Thursday, 12 November 2009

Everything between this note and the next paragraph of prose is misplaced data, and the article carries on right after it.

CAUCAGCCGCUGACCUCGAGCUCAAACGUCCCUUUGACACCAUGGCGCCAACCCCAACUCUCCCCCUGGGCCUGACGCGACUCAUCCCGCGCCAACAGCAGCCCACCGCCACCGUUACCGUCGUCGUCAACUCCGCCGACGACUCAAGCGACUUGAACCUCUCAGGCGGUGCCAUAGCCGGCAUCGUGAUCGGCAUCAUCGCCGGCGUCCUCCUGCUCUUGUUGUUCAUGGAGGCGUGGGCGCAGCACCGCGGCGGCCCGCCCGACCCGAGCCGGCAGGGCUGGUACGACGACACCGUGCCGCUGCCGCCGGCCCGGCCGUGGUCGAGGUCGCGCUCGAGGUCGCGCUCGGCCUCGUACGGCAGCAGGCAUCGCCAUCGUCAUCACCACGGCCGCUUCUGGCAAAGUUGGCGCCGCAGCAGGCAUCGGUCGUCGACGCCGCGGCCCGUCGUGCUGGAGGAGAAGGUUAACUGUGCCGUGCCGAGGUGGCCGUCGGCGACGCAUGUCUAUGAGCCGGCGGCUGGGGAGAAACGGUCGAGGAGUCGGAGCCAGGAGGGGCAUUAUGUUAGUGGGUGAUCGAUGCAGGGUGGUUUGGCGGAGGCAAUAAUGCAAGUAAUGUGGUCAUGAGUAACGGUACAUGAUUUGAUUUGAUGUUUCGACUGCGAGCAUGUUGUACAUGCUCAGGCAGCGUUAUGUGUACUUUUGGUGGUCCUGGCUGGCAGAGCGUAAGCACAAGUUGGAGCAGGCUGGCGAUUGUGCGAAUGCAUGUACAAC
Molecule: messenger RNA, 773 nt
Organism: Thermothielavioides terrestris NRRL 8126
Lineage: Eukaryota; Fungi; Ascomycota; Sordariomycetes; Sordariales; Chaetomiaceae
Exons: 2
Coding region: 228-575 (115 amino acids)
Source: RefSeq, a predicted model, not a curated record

Aerosol number distributions were measured over a three-week period (July 16 - August 4, 2009) during the Aerosol and Ocean Science Expeditions (AEROSE) V campaign in the tropical Atlantic Ocean. AEROSE are a series of trans-Atlantic intensive atmospheric field campaigns conducted aboard the NOAA Ship Ronald H. Brown (RHB) (Morris et al. 2006). AEROSE campaigns have sought to obtain a suite of complementary measurements to study the transport of aerosols from the African continent across the Atlantic Ocean, including microphysical evolution and regional impacts as well as Regional atmospheric chemistry and marine meteorology (Nalli et al. 2007). During the course of the campaign, several instruments were utilized to sample and measure aerosol microphysical properties. The Laser Particle Counters (LPCs) will be discussed here. The LPCs provided particle size distribution of aerosols across nine different size fractions. Two LPCs acquired data for this project. The sampling cycle was semi-continuous, with fifteen-minute intervals and sampling for one minute of one cubic foot of air. The preliminary analysis of the findings suggest that the expedition encountered at least two major distinctive air masses, one smoke and the other dust, plus a mixture. Also, the ITCZ was encountered twice, and the particle size distribution of the aerosols exhibited similar behavior on both occasions. Overall, three distinctive air masses were encountered by the AEROSE campaign, and this was confirmed by data analysis as well as satellite data analysis of MODIS, GOME, MOPITT, and METOSAT-9 imagery and products in combination with forecasts from the NAAPS, NOGAPS, and WRF models.
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